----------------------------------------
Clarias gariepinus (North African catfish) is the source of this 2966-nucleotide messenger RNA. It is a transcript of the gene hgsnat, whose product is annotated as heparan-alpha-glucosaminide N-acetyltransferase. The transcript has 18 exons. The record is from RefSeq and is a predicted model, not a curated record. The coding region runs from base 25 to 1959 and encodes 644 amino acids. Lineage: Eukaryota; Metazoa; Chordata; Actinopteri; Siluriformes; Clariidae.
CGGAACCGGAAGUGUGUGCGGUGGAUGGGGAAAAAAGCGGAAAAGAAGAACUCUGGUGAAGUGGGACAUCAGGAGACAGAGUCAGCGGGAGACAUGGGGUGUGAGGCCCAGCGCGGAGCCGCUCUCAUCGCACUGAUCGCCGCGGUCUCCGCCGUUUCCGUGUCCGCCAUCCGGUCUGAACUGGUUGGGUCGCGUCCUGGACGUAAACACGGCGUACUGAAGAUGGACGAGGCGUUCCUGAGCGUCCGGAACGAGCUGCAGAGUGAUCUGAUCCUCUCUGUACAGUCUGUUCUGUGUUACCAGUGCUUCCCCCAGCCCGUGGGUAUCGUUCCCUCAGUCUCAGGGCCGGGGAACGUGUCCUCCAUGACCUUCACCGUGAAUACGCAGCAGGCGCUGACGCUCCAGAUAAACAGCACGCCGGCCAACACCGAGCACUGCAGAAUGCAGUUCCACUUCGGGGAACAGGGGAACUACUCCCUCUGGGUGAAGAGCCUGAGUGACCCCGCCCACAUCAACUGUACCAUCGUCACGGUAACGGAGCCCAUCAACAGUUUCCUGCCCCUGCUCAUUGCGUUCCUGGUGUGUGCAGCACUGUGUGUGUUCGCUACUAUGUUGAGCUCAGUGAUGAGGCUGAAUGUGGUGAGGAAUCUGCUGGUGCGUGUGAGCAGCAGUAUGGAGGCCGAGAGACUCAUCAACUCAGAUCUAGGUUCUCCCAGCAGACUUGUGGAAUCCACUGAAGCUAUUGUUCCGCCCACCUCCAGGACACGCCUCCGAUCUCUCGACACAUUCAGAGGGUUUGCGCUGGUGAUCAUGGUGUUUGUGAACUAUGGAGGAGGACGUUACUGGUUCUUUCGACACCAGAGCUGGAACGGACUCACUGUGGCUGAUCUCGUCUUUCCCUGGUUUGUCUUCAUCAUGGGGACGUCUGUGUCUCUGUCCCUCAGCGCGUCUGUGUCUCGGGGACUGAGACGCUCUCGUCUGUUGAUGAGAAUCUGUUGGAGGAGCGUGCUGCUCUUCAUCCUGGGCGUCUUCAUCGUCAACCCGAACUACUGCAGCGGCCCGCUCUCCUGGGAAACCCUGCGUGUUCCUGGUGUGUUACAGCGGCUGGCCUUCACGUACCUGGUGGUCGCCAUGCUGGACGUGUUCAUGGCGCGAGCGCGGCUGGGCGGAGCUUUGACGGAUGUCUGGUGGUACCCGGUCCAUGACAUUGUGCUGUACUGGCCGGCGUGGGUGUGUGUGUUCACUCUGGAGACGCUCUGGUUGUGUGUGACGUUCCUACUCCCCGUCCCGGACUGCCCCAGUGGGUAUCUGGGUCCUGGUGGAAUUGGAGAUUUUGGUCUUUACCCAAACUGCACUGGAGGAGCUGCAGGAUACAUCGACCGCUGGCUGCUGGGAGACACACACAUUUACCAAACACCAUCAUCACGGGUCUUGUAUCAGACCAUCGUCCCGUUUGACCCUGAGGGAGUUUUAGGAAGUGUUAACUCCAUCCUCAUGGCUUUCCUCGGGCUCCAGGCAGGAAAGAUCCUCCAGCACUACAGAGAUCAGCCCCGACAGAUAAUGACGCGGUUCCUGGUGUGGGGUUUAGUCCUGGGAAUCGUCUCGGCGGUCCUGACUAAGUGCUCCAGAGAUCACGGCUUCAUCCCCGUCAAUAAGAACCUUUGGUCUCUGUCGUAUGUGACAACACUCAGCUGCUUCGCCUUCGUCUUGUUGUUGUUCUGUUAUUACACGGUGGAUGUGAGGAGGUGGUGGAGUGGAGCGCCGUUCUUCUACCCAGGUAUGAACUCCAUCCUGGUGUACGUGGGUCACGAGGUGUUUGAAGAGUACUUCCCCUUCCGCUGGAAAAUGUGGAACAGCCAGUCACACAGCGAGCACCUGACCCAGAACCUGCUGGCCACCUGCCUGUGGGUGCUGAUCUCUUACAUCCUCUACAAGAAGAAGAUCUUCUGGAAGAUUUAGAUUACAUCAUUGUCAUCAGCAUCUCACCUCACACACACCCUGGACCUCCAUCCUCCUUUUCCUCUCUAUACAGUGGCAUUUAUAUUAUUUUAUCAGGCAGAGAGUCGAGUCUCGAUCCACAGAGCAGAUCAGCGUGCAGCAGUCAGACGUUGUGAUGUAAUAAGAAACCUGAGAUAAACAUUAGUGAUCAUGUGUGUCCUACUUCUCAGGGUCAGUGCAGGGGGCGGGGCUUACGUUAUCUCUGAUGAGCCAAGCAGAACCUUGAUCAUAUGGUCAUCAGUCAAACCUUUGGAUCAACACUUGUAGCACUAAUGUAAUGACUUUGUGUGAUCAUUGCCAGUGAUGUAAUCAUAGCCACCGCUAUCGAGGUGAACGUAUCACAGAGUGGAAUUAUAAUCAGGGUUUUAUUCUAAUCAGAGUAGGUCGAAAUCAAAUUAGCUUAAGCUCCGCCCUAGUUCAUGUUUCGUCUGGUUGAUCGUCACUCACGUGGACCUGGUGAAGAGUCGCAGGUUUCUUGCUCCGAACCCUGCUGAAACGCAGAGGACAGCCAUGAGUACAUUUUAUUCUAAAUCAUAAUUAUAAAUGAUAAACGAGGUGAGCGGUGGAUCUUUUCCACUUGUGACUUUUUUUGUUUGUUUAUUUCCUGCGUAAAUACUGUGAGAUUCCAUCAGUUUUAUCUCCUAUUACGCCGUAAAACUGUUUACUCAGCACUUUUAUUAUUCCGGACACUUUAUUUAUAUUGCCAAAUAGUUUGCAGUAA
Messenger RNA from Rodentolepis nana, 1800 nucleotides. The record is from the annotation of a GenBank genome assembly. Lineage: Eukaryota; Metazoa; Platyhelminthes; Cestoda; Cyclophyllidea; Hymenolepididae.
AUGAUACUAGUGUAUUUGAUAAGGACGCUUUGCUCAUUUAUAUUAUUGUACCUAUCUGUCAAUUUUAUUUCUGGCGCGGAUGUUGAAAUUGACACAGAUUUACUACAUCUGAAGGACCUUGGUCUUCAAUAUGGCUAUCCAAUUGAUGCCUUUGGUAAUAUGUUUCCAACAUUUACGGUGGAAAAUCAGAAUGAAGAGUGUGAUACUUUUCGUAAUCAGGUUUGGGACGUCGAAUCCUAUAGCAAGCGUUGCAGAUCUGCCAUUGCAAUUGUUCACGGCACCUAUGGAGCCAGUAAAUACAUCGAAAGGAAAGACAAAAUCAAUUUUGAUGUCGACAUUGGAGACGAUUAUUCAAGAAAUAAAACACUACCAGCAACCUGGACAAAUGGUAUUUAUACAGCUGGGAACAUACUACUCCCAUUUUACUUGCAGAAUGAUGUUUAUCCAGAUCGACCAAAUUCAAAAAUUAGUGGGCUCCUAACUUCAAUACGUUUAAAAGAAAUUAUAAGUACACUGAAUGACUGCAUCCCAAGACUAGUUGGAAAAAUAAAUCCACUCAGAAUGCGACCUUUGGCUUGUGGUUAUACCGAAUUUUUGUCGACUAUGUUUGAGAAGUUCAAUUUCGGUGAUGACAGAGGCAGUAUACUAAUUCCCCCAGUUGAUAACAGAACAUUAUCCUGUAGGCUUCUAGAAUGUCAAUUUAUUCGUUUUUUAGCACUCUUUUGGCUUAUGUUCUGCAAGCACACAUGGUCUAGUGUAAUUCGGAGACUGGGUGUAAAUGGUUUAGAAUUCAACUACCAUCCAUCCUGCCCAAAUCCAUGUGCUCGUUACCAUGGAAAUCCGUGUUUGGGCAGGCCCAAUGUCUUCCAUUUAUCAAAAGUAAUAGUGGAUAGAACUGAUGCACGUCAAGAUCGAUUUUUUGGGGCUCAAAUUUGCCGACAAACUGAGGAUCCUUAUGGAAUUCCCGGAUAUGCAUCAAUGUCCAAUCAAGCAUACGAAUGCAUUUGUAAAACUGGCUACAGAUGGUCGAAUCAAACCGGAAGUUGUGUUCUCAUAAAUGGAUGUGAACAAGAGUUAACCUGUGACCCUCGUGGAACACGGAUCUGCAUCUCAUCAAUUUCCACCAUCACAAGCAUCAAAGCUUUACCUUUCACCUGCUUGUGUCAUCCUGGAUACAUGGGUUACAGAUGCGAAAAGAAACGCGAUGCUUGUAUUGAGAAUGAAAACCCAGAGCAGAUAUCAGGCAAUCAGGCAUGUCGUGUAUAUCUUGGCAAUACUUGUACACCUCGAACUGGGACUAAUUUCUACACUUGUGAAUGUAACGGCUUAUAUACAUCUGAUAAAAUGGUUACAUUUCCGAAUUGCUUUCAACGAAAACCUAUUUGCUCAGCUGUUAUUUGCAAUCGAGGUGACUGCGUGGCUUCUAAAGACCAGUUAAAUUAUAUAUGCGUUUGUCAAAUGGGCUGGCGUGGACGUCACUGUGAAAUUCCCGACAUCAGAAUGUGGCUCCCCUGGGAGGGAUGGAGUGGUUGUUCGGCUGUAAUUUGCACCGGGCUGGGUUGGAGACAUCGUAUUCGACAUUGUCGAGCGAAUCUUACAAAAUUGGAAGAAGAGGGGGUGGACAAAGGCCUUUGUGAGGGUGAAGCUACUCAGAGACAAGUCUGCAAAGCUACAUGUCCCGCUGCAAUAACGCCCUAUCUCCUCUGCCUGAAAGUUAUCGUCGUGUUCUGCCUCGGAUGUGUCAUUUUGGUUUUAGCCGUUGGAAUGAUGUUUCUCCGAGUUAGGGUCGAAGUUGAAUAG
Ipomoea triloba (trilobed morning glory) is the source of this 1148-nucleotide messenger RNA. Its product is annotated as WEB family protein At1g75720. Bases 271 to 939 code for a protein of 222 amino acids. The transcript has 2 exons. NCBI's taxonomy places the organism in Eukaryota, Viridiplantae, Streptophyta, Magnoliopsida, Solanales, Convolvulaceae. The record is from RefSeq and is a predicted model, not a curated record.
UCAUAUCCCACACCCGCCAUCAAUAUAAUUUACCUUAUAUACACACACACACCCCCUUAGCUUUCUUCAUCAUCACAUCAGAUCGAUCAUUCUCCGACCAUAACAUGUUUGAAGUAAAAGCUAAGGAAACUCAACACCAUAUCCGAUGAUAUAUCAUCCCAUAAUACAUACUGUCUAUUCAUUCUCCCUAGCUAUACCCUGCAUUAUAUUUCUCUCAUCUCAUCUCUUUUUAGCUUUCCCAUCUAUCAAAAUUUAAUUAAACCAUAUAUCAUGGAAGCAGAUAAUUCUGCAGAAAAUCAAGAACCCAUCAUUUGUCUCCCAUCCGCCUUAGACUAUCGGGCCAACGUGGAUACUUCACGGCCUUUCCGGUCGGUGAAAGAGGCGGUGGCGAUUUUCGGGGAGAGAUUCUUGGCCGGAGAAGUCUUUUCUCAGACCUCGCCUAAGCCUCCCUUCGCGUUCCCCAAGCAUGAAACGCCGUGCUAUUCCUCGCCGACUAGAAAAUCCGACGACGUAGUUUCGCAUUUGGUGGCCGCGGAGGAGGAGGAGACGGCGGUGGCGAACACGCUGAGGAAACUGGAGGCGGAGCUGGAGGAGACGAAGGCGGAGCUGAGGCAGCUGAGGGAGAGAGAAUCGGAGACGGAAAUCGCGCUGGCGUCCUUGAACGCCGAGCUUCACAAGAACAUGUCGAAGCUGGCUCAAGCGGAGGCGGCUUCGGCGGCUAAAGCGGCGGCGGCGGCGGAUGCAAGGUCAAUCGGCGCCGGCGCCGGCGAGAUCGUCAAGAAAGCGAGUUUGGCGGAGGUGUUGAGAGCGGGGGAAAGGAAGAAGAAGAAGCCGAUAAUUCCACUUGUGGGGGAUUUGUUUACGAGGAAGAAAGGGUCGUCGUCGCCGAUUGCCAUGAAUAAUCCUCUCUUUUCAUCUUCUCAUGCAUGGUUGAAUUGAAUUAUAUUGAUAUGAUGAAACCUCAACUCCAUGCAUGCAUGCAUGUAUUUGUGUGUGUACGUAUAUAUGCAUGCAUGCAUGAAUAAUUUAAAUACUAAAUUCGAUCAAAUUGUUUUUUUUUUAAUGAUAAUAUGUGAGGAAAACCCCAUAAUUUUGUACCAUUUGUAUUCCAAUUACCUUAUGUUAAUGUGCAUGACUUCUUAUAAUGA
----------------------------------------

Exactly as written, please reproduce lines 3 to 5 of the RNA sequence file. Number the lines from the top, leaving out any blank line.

Messenger RNA from Rodentolepis nana, 1800 nucleotides. The record is from the annotation of a GenBank genome assembly. Lineage: Eukaryota; Metazoa; Platyhelminthes; Cestoda; Cyclophyllidea; Hymenolepididae.
AUGAUACUAGUGUAUUUGAUAAGGACGCUUUGCUCAUUUAUAUUAUUGUACCUAUCUGUCAAUUUUAUUUCUGGCGCGGAUGUUGAAAUUGACACAGAUUUACUACAUCUGAAGGACCUUGGUCUUCAAUAUGGCUAUCCAAUUGAUGCCUUUGGUAAUAUGUUUCCAACAUUUACGGUGGAAAAUCAGAAUGAAGAGUGUGAUACUUUUCGUAAUCAGGUUUGGGACGUCGAAUCCUAUAGCAAGCGUUGCAGAUCUGCCAUUGCAAUUGUUCACGGCACCUAUGGAGCCAGUAAAUACAUCGAAAGGAAAGACAAAAUCAAUUUUGAUGUCGACAUUGGAGACGAUUAUUCAAGAAAUAAAACACUACCAGCAACCUGGACAAAUGGUAUUUAUACAGCUGGGAACAUACUACUCCCAUUUUACUUGCAGAAUGAUGUUUAUCCAGAUCGACCAAAUUCAAAAAUUAGUGGGCUCCUAACUUCAAUACGUUUAAAAGAAAUUAUAAGUACACUGAAUGACUGCAUCCCAAGACUAGUUGGAAAAAUAAAUCCACUCAGAAUGCGACCUUUGGCUUGUGGUUAUACCGAAUUUUUGUCGACUAUGUUUGAGAAGUUCAAUUUCGGUGAUGACAGAGGCAGUAUACUAAUUCCCCCAGUUGAUAACAGAACAUUAUCCUGUAGGCUUCUAGAAUGUCAAUUUAUUCGUUUUUUAGCACUCUUUUGGCUUAUGUUCUGCAAGCACACAUGGUCUAGUGUAAUUCGGAGACUGGGUGUAAAUGGUUUAGAAUUCAACUACCAUCCAUCCUGCCCAAAUCCAUGUGCUCGUUACCAUGGAAAUCCGUGUUUGGGCAGGCCCAAUGUCUUCCAUUUAUCAAAAGUAAUAGUGGAUAGAACUGAUGCACGUCAAGAUCGAUUUUUUGGGGCUCAAAUUUGCCGACAAACUGAGGAUCCUUAUGGAAUUCCCGGAUAUGCAUCAAUGUCCAAUCAAGCAUACGAAUGCAUUUGUAAAACUGGCUACAGAUGGUCGAAUCAAACCGGAAGUUGUGUUCUCAUAAAUGGAUGUGAACAAGAGUUAACCUGUGACCCUCGUGGAACACGGAUCUGCAUCUCAUCAAUUUCCACCAUCACAAGCAUCAAAGCUUUACCUUUCACCUGCUUGUGUCAUCCUGGAUACAUGGGUUACAGAUGCGAAAAGAAACGCGAUGCUUGUAUUGAGAAUGAAAACCCAGAGCAGAUAUCAGGCAAUCAGGCAUGUCGUGUAUAUCUUGGCAAUACUUGUACACCUCGAACUGGGACUAAUUUCUACACUUGUGAAUGUAACGGCUUAUAUACAUCUGAUAAAAUGGUUACAUUUCCGAAUUGCUUUCAACGAAAACCUAUUUGCUCAGCUGUUAUUUGCAAUCGAGGUGACUGCGUGGCUUCUAAAGACCAGUUAAAUUAUAUAUGCGUUUGUCAAAUGGGCUGGCGUGGACGUCACUGUGAAAUUCCCGACAUCAGAAUGUGGCUCCCCUGGGAGGGAUGGAGUGGUUGUUCGGCUGUAAUUUGCACCGGGCUGGGUUGGAGACAUCGUAUUCGACAUUGUCGAGCGAAUCUUACAAAAUUGGAAGAAGAGGGGGUGGACAAAGGCCUUUGUGAGGGUGAAGCUACUCAGAGACAAGUCUGCAAAGCUACAUGUCCCGCUGCAAUAACGCCCUAUCUCCUCUGCCUGAAAGUUAUCGUCGUGUUCUGCCUCGGAUGUGUCAUUUUGGUUUUAGCCGUUGGAAUGAUGUUUCUCCGAGUUAGGGUCGAAGUUGAAUAG
Ipomoea triloba (trilobed morning glory) is the source of this 1148-nucleotide messenger RNA. Its product is annotated as WEB family protein At1g75720. Bases 271 to 939 code for a protein of 222 amino acids. The transcript has 2 exons. NCBI's taxonomy places the organism in Eukaryota, Viridiplantae, Streptophyta, Magnoliopsida, Solanales, Convolvulaceae. The record is from RefSeq and is a predicted model, not a curated record.